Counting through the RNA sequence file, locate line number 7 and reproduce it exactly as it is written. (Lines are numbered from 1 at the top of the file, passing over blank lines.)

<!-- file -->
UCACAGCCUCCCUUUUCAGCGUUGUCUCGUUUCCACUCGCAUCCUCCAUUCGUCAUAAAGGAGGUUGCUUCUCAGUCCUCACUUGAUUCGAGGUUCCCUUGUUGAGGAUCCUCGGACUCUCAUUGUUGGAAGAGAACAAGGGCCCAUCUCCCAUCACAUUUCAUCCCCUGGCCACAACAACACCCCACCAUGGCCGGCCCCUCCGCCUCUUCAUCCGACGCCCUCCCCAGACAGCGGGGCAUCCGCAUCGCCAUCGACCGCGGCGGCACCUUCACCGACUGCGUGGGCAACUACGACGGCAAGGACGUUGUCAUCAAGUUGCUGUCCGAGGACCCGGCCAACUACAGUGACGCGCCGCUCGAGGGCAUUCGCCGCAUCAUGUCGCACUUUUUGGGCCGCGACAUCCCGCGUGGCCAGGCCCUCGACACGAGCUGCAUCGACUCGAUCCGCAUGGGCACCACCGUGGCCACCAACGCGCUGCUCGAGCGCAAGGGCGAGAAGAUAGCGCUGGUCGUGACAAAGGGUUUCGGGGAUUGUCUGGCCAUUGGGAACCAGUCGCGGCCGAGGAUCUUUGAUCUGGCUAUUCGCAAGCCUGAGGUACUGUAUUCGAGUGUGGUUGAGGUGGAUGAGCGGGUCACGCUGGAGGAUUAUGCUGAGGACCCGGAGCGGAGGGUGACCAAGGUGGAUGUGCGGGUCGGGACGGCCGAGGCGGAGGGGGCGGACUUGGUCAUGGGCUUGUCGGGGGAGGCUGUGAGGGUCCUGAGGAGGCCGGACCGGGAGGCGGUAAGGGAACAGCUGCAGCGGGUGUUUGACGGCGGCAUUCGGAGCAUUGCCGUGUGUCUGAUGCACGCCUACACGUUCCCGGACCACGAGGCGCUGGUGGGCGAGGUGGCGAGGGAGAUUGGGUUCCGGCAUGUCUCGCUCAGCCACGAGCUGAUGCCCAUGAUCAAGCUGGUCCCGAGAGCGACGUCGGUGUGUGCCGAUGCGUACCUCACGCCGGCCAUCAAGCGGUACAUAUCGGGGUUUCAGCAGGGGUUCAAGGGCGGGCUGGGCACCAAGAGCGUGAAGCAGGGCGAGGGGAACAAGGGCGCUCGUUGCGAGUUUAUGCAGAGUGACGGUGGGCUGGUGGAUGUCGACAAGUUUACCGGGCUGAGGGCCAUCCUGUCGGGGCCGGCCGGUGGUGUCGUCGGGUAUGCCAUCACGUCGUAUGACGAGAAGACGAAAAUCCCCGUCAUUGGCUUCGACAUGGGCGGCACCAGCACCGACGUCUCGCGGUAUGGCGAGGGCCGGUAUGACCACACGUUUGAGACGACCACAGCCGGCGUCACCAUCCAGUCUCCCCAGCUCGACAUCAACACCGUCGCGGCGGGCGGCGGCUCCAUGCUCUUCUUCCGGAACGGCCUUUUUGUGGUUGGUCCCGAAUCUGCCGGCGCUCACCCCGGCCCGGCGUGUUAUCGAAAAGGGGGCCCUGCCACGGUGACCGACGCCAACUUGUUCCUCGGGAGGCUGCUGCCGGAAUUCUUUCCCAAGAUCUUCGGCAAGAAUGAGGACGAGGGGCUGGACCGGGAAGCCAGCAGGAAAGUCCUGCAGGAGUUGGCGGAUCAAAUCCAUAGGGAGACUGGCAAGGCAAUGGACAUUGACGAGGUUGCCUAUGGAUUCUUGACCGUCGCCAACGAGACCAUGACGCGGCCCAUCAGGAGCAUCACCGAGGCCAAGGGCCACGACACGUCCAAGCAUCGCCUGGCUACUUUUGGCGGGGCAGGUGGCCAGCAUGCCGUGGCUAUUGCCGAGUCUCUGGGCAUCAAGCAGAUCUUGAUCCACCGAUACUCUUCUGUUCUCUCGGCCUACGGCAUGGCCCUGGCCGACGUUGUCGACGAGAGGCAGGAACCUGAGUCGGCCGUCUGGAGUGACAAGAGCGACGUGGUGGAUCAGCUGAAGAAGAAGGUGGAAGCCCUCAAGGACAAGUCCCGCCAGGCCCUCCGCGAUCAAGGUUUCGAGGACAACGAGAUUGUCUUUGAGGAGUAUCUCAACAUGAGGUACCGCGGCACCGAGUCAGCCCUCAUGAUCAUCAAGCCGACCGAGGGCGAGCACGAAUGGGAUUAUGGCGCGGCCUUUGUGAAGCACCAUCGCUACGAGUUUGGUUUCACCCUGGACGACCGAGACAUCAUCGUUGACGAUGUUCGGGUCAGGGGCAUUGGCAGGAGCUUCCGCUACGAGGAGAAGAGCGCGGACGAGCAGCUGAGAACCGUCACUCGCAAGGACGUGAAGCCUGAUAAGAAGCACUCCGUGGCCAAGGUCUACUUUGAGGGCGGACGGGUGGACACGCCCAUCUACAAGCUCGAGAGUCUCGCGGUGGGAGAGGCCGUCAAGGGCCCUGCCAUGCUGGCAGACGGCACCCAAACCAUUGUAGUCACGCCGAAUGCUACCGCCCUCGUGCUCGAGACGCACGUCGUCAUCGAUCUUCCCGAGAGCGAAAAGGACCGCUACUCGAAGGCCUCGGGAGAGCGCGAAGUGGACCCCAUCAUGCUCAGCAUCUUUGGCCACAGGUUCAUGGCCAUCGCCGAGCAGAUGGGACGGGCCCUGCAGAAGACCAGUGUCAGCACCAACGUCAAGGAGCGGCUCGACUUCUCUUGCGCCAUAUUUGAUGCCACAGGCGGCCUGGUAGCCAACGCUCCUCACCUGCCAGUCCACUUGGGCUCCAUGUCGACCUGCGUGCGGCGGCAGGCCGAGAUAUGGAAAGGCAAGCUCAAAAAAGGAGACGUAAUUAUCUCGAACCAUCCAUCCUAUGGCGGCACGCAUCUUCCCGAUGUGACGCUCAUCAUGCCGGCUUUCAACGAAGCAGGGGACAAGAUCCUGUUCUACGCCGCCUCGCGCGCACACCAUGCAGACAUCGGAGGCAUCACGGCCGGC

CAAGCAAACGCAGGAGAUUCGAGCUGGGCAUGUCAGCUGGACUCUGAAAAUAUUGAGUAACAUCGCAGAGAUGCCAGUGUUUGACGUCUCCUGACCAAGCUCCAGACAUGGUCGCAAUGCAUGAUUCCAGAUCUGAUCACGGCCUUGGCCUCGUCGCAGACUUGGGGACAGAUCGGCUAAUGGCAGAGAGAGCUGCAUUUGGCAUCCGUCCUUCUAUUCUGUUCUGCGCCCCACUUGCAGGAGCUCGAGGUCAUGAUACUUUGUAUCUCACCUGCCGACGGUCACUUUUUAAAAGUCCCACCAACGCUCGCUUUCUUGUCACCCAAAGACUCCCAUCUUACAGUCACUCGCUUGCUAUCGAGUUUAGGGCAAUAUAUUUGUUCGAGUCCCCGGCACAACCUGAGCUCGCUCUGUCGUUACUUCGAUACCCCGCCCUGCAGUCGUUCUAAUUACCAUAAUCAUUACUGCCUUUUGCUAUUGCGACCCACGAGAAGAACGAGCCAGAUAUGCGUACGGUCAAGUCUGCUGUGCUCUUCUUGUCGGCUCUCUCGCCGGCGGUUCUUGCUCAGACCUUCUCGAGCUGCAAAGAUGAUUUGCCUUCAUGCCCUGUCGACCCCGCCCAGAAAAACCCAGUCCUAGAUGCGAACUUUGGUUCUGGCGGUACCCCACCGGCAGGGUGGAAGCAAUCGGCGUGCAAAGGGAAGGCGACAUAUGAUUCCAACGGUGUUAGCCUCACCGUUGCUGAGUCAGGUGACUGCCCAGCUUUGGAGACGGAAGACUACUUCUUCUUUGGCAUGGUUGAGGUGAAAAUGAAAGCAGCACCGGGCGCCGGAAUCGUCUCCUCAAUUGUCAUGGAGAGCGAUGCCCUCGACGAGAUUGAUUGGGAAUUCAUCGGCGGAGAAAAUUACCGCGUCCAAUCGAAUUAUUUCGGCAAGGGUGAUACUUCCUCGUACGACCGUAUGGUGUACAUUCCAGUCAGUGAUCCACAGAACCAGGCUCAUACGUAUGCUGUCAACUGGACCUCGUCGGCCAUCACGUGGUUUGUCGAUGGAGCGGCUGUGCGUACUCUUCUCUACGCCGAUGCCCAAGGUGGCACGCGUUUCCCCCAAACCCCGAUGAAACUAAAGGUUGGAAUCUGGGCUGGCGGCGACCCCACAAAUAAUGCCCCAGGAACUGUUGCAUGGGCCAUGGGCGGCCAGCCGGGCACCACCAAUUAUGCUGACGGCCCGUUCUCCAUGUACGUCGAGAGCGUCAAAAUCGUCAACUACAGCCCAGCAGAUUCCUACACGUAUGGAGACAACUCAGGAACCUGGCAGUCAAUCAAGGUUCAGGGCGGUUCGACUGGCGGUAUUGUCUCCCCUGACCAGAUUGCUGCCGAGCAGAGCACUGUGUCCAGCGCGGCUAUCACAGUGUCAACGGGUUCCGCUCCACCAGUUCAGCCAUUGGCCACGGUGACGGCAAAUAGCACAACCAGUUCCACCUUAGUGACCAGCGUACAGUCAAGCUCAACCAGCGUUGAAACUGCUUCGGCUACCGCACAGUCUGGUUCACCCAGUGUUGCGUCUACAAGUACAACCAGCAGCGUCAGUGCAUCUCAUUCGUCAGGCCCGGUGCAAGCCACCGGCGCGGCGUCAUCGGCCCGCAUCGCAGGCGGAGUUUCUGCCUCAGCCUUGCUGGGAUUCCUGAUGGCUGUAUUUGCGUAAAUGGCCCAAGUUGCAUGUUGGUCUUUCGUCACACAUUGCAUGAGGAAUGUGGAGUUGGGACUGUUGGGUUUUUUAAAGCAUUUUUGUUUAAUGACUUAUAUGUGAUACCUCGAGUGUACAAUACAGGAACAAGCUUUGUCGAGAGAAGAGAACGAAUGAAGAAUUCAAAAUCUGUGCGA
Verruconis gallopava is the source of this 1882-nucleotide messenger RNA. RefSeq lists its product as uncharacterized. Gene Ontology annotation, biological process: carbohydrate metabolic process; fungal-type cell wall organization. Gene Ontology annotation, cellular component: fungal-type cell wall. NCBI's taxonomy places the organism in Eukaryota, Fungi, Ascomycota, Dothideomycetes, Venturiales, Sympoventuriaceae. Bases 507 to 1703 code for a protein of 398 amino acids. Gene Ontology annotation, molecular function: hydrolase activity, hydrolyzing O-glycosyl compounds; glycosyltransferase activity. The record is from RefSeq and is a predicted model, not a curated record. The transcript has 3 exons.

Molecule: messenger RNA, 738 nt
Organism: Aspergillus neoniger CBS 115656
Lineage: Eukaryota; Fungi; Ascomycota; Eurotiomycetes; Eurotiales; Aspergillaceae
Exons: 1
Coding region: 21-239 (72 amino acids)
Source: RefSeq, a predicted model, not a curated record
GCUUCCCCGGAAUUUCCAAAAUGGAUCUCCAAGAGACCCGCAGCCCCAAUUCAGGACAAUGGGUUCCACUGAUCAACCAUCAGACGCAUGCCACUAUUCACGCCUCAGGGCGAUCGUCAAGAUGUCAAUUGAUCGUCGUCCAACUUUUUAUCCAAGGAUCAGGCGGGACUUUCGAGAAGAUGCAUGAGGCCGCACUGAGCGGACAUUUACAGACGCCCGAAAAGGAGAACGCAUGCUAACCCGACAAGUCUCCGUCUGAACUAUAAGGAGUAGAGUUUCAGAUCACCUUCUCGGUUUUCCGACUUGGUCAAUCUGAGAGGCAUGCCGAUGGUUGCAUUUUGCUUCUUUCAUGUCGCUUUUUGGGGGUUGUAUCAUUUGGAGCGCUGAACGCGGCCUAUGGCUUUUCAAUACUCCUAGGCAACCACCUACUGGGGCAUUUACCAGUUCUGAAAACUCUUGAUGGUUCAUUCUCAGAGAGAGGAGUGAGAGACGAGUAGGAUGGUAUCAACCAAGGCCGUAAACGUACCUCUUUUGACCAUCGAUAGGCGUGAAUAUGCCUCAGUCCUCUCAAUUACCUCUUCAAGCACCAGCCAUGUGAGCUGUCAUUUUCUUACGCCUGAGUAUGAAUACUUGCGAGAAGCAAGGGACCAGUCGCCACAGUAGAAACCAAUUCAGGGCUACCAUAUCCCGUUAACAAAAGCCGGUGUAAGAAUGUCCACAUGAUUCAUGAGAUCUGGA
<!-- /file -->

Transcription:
Exons: 1